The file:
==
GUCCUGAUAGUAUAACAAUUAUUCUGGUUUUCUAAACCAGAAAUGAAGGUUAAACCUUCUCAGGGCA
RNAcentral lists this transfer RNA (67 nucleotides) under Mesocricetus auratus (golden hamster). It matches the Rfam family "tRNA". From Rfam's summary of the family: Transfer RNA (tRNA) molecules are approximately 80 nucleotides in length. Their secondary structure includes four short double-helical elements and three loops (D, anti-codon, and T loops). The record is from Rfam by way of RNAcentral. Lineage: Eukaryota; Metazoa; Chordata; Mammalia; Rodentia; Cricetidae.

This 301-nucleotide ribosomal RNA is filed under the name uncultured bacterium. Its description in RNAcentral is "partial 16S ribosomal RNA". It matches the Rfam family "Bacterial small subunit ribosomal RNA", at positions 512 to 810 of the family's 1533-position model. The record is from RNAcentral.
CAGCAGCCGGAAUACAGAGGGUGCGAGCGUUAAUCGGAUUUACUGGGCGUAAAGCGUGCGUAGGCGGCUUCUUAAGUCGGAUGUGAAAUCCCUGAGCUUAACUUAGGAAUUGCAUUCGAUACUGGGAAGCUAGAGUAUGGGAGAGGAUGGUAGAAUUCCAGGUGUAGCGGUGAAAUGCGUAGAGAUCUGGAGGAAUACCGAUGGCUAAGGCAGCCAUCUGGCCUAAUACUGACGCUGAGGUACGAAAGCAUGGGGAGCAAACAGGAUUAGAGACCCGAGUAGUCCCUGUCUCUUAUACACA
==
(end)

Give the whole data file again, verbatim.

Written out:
GUCCUGAUAGUAUAACAAUUAUUCUGGUUUUCUAAACCAGAAAUGAAGGUUAAACCUUCUCAGGGCA
RNAcentral lists this transfer RNA (67 nucleotides) under Mesocricetus auratus (golden hamster). It matches the Rfam family "tRNA". From Rfam's summary of the family: Transfer RNA (tRNA) molecules are approximately 80 nucleotides in length. Their secondary structure includes four short double-helical elements and three loops (D, anti-codon, and T loops). The record is from Rfam by way of RNAcentral. Lineage: Eukaryota; Metazoa; Chordata; Mammalia; Rodentia; Cricetidae.

This 301-nucleotide ribosomal RNA is filed under the name uncultured bacterium. Its description in RNAcentral is "partial 16S ribosomal RNA". It matches the Rfam family "Bacterial small subunit ribosomal RNA", at positions 512 to 810 of the family's 1533-position model. The record is from RNAcentral.
CAGCAGCCGGAAUACAGAGGGUGCGAGCGUUAAUCGGAUUUACUGGGCGUAAAGCGUGCGUAGGCGGCUUCUUAAGUCGGAUGUGAAAUCCCUGAGCUUAACUUAGGAAUUGCAUUCGAUACUGGGAAGCUAGAGUAUGGGAGAGGAUGGUAGAAUUCCAGGUGUAGCGGUGAAAUGCGUAGAGAUCUGGAGGAAUACCGAUGGCUAAGGCAGCCAUCUGGCCUAAUACUGACGCUGAGGUACGAAAGCAUGGGGAGCAAACAGGAUUAGAGACCCGAGUAGUCCCUGUCUCUUAUACACA